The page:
Used by the Winnebago and Dakota tribes to stimulate the removal of phlegm in asthma. The rootstock was official in the U.S. Pharmacopoeia from 1820 to 1882 when it was used in respiratory and nervous disorders and in rheumatism and dropsy.
Introduced by Europeans. The Menominees smoked the pulverized, dried root for respiratory complaints while the Forest Potawatomis, the Mohegans, and the Penobscots smoked the dried leaves to relieve asthma. The Catawba Indians used a sweetened syrup from the boiled root, which they gave to their children for coughs.
The Catawba Indians used a tea of arnica roots for treating back pains. The Dispensary of the United States (22nd edition) states this drug can be dangerous if taken internally and that it has caused severe and even fatal poisoning. Also used as a wash to treat sprains and bruises.
The Catawba Indians steeped the roots in hot water and applied the hot fluid on aching backs.
The Catawba tribe crushed and steeped fresh horsemint leaves in cold water and drank the infusion to allay back pain. Other tribes used horsemint for fever, inflammation, and chills.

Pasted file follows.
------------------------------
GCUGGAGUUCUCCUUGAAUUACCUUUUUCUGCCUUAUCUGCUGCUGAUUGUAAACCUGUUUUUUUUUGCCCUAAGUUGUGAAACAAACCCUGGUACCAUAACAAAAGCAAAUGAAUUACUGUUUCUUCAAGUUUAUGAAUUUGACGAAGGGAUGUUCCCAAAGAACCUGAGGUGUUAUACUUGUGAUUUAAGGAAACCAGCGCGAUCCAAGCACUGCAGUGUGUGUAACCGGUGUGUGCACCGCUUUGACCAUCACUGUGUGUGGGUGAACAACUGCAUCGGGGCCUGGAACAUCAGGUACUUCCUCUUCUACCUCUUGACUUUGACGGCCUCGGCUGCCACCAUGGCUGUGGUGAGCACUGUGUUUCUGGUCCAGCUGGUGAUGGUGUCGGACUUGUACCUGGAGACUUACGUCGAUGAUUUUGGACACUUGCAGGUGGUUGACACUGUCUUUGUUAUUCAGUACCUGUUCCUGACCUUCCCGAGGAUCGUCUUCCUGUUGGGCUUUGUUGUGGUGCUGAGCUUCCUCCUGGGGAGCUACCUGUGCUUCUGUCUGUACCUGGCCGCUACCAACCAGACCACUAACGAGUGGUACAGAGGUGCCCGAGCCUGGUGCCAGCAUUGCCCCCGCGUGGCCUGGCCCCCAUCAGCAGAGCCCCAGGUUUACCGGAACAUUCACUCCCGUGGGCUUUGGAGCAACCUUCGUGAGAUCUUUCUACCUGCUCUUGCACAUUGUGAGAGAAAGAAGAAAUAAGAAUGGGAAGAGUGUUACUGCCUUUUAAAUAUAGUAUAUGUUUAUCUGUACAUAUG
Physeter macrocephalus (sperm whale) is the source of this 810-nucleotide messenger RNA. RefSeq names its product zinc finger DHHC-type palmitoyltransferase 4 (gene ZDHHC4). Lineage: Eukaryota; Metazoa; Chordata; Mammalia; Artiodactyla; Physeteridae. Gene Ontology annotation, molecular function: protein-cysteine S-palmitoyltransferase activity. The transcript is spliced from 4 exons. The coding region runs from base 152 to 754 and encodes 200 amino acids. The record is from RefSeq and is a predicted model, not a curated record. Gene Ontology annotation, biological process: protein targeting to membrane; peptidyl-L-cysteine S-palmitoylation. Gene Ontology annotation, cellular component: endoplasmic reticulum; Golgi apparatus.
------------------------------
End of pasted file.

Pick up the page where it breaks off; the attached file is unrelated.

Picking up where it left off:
A tea of the leaves was used for bronchial and other respiratory problems.
The Natchez drank a tea of the boiled roots as a remedy for pneumonia and was later used to promote the expulsion of phlegm,
The Yokia Indians of Mendocino County used a tea of the boiled leaves of a local species of wormwood to cure bronchitis.
The Kiowa Indians boiled yellow-spined thistle blossoms and applied the resulting liquid to burns and skin sores.
The Mohegans steeped the blossoms of this wild species in warm water when they were in full bloom and took the drink for diabetes.
The Indians of British Columbia utilized a tea of the root bark to offset the effects of diabetes.